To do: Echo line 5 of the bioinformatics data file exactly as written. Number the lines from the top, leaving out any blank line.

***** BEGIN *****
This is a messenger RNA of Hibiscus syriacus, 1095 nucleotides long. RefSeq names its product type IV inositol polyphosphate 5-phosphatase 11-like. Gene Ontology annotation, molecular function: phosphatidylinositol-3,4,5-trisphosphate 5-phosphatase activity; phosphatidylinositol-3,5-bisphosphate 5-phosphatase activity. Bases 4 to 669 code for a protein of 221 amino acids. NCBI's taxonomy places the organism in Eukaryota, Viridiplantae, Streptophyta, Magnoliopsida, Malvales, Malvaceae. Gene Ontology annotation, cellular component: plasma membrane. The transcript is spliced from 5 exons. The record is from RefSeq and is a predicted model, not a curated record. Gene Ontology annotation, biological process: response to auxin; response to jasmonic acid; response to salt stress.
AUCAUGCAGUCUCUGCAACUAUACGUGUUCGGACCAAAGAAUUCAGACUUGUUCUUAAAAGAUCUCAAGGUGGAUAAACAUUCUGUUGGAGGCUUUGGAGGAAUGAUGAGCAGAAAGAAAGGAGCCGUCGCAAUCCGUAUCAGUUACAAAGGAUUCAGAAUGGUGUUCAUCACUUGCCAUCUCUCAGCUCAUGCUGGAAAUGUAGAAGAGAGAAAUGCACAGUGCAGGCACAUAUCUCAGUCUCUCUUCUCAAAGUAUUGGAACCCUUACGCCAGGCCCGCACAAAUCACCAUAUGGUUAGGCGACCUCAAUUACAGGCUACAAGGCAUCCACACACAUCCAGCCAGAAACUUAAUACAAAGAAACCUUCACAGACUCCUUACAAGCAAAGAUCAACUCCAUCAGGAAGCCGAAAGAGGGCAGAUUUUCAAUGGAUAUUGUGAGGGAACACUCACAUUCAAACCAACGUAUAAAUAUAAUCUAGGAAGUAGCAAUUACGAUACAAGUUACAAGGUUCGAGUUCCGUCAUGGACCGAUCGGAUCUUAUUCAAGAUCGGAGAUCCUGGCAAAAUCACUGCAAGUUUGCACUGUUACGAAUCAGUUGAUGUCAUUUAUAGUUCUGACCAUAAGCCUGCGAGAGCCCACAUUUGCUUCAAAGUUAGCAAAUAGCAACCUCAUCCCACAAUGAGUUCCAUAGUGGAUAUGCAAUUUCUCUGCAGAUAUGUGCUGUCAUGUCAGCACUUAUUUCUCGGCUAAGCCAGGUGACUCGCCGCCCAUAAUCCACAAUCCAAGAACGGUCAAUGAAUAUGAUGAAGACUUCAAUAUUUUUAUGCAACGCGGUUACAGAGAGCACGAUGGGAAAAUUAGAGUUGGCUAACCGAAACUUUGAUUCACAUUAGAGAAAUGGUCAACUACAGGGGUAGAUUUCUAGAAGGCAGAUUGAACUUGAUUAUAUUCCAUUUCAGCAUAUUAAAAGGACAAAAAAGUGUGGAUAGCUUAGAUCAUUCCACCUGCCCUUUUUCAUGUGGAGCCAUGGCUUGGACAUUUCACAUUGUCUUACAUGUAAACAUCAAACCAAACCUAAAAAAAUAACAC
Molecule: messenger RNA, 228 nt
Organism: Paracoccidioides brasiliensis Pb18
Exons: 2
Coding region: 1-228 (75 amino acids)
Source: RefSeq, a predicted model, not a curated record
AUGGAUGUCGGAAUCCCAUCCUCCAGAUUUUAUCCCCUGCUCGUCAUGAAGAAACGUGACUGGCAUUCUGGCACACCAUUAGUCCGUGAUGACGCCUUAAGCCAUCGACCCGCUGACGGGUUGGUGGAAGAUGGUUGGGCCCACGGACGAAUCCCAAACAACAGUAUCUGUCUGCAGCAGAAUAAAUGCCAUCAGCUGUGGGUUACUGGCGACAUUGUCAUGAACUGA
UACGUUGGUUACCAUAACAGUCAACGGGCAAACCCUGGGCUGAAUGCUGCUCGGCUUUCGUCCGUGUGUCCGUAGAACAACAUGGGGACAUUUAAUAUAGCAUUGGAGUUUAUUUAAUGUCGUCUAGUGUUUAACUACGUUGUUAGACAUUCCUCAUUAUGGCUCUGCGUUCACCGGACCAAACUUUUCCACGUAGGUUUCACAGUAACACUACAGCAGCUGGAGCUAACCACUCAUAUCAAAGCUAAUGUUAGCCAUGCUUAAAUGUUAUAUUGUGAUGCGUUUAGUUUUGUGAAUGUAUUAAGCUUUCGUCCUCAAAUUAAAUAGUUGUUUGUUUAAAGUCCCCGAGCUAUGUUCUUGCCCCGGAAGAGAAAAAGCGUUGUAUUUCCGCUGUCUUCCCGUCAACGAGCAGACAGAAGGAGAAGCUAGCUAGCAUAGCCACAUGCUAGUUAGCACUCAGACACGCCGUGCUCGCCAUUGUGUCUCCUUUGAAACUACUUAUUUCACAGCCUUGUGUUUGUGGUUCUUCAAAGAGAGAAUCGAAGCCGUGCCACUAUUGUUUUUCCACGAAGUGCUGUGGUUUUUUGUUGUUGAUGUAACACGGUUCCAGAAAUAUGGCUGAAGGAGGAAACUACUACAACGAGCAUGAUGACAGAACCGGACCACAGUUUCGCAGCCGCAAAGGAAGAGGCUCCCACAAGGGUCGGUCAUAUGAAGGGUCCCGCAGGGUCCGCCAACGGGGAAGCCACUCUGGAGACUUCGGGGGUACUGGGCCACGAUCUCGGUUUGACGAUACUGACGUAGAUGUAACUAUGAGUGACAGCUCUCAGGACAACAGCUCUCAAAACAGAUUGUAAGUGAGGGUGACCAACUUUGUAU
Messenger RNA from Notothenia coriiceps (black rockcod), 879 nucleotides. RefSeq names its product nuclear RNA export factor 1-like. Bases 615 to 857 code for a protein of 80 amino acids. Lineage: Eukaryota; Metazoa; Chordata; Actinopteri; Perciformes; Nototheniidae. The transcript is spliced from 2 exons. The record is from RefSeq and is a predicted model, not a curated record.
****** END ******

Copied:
Exons: 2